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Witty v. Planning Board of Township of Boonton

A-3898-02T5 (N.J. Super. App. Div. 2004) (Unpublished)

ZONING; VARIANCES—Even if a court believes that a variance should be granted, it must defer to a land use board and its denial decision.

The owner of two adjoining lots sued the local planning board for denying a variance application. The owner had requested a variance to separate the two lots and construct a residential dwelling on one of them. The owner appealed the decision. The lower court held that, based upon the facts presented, the planning board could have justifiably granted or denied the owner’s variance application. It pointed out that a court may not substitute its judgment for that of a planning board unless the court concludes that the board’s determination was arbitrary, capricious or unreasonable.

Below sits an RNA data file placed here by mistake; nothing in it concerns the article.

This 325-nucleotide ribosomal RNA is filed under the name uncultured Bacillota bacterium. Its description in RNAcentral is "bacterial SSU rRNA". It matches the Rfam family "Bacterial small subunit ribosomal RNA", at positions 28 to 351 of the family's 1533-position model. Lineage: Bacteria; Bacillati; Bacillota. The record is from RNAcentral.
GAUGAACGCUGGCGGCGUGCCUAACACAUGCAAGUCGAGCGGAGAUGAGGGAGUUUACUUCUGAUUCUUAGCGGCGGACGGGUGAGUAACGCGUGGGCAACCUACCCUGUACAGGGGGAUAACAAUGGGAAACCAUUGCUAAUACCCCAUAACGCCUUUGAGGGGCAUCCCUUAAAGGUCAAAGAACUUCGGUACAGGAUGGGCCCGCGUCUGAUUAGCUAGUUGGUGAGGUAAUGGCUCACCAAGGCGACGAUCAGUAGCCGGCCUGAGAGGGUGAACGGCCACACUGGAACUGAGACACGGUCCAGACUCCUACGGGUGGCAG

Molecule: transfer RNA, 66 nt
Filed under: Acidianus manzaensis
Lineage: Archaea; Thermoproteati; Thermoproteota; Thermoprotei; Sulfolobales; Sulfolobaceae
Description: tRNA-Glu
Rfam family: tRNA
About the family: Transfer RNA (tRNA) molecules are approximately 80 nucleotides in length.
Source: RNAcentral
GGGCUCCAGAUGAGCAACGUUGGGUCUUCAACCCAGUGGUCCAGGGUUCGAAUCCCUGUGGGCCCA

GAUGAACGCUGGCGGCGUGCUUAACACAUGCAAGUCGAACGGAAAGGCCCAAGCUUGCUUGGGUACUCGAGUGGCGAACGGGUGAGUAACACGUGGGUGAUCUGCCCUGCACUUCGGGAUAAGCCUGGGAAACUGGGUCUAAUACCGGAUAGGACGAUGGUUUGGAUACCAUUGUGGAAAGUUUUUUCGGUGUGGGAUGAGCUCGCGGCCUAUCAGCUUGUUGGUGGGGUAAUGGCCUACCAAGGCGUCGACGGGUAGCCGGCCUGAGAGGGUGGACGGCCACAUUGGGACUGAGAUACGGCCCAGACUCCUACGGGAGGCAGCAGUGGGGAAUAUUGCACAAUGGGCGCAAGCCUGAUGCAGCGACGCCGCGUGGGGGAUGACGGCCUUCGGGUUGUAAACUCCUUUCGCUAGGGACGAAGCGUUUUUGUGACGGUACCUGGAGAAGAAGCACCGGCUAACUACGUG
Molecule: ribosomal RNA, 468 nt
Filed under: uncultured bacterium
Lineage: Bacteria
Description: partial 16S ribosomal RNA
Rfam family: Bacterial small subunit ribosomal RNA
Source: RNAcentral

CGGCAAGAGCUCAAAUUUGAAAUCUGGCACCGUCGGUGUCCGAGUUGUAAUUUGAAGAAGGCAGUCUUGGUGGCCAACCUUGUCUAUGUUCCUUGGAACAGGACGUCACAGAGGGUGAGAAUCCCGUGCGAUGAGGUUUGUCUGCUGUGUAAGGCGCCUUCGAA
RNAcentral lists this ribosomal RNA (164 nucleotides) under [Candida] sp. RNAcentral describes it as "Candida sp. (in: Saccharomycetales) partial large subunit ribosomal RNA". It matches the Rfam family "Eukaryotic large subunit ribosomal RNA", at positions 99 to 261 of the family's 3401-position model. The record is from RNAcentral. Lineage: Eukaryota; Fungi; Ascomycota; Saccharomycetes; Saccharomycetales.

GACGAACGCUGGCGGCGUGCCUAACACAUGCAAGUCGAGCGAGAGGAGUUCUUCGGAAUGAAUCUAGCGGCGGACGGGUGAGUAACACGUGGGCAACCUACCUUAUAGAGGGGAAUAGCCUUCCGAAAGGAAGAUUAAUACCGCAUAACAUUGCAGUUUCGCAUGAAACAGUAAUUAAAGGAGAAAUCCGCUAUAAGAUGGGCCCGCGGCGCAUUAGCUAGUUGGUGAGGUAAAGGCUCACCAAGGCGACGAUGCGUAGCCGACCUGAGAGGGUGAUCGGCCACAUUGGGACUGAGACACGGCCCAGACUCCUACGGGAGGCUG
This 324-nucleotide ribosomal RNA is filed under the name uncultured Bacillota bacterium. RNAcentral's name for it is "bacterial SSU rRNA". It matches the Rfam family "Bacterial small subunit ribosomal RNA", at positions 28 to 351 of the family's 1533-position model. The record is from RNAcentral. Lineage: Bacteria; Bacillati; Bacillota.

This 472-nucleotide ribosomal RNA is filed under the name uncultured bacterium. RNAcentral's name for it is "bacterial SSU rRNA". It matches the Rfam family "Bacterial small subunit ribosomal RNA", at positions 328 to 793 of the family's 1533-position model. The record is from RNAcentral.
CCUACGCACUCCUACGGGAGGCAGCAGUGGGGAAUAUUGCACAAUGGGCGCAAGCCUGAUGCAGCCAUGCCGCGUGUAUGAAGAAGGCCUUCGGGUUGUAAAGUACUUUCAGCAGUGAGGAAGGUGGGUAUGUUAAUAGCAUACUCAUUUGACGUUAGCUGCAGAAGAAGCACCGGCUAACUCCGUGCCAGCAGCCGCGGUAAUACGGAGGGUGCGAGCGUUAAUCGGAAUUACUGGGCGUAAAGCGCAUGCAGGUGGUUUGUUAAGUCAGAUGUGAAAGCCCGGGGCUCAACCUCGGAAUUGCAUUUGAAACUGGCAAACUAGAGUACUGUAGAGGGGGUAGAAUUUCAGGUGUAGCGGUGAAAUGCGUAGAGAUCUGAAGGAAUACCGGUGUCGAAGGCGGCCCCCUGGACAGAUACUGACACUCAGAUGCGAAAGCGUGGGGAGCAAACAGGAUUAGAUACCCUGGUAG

On appeal, the Appellate Division affirmed the lower court’s decision, emphasizing that it is inappropriate for a court to overturn a planning board’s decision unless it is arbitrary, capricious or unreasonable. This is because local public bodies must be allowed a wide degree of discretion in making their decisions because they have specialized knowledge in the subject matter before them. The Court further ruled that a court may not reverse a planning board’s determination as long as there is substantial evidence to support the determination.


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